To find an image, do a Google image search of the tool. Find an image about 600px wide, if possible. Copy the image URL and paste into the box below.
What is the name of the tool?
| Tool Class
To what "family" does the tool belong? Pick as many categories as are appropriate. EG: Data Collection, Security, etc. The wiki will automatically create a link to the relevant tool class.
|Mapping, GIS, Geocoding|
Who made the tool? Sometimes the tool name and the developer name are the same, and sometimes, they are different.
| Date Created
What was the date when the tool was first launched?
| Still Maintained?
Do the developers of the tool continue to work on it, adding features and fixing problems?
| Open Source?
Is the tool's source code original source code freely available and may it be redistributed and modified? (This makes it possible for users to employ the tool for free, with some technical effort.)
Pick the platforms on which the user would primarily use the tool. Be as selective as possible. If a tool works mainly in the browser, select "Web". If the user can technically load the interface on a smartphone but have a very poor experience, do not select "Android" or "iOS". "Mac" and "PC" are for apps that must be installed to a machine in order to run, as opposed to running from a browser.
What is the main website where a user can learn more about the tool? (Remember to include "http://)."
| Payment Structure
How, if at all, does a user pay to use the tool. Select all that apply: "Free" if there are components of a service that can be used for free; "Paid" if payment is required (either one-time, or at a given rate upon use) for use of the tool's full functionality; "subscription" if a monthly payment is required.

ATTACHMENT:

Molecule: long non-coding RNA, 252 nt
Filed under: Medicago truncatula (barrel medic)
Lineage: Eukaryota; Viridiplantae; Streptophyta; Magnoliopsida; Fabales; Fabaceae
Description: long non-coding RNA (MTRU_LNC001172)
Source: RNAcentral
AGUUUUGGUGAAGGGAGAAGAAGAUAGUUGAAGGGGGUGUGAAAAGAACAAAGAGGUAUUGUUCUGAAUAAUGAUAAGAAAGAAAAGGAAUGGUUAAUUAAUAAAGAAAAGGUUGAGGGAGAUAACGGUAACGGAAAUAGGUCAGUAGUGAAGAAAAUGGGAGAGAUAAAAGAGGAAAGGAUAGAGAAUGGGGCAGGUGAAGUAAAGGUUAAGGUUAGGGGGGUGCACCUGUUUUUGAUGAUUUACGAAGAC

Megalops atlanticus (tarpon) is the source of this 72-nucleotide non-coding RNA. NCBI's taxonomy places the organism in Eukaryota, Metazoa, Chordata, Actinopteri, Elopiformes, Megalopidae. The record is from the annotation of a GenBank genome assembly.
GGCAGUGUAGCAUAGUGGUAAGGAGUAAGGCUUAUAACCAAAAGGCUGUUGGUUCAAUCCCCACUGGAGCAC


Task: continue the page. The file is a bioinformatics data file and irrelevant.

| Languages Supported
What languages does the app's interface support? Note: some apps allow users to communicate in other languages but require the user to use an English language interface. In this case, the app is considered only to support "English".
| Skill Level Needed
Description of Tool
While a subscription is required to use Carto servers, the tool is open source and available on Github.
With a little extra effort, Carto can be used as a geocoding tool. Carto has several powerful geocoding options - it can generate latitude and longitude coordinates from city names and addresses or generate shape files of administrative boundaries like countries, states, departments, provinces, and municipalities. Most often the user will use this functionality within Carto itself, but he or she can export this information for other services using a simple SQL query.
1. Import the desired dataset into Carto.
2. In the data view click on the "SQL" button next.
3. Replace the default query with the following code:
SELECT *, ST_X(the_geom) AS longitude, ST_Y(the_geom) AS latitude FROM mytable
4. In the query above, replace "mytable" with the name of your dataset in Carto.
5. Click "Apply query"
6. In the top bar, click "edit" and "Export"
You should now download a spreadsheet with longitude and latitude columns.
What Makes this Tool Different from Others in its Class?
Carto is a powerful mapping utility. It has a moderately capable free version and a relatively affordable subscription. Unlike ArcGIS it operates in a browser. It can generate more complex maps than Google Maps because it can more simply generates different layers, provides more assisted visualizations, and complex tool "infoboxes". Mapbox
Links to Tutorial Content
- Learn to create your own point, line, or polygon dataset directly in the CARTO editor: Video Tutorial, View Resulting Map.
- Create animated maps: Video Tutorial, Get Dataset, View Resulting Map.
- Create GPS Maps: Video Tutorial, Get Dataset, View Resulting Map.
- Animate Point Data: Video Tutorial, View Resulting Map.
- Create your first choropleth map using Table Join: Video Tutorial, Get 1st Dataset, Get 2nd Dataset, View Resulting Map.
- Map Mail Chimp Campaigns: Video Tutorial, View Resulting Map.
- A Tutorial Blog on how to visualize overlapping data points.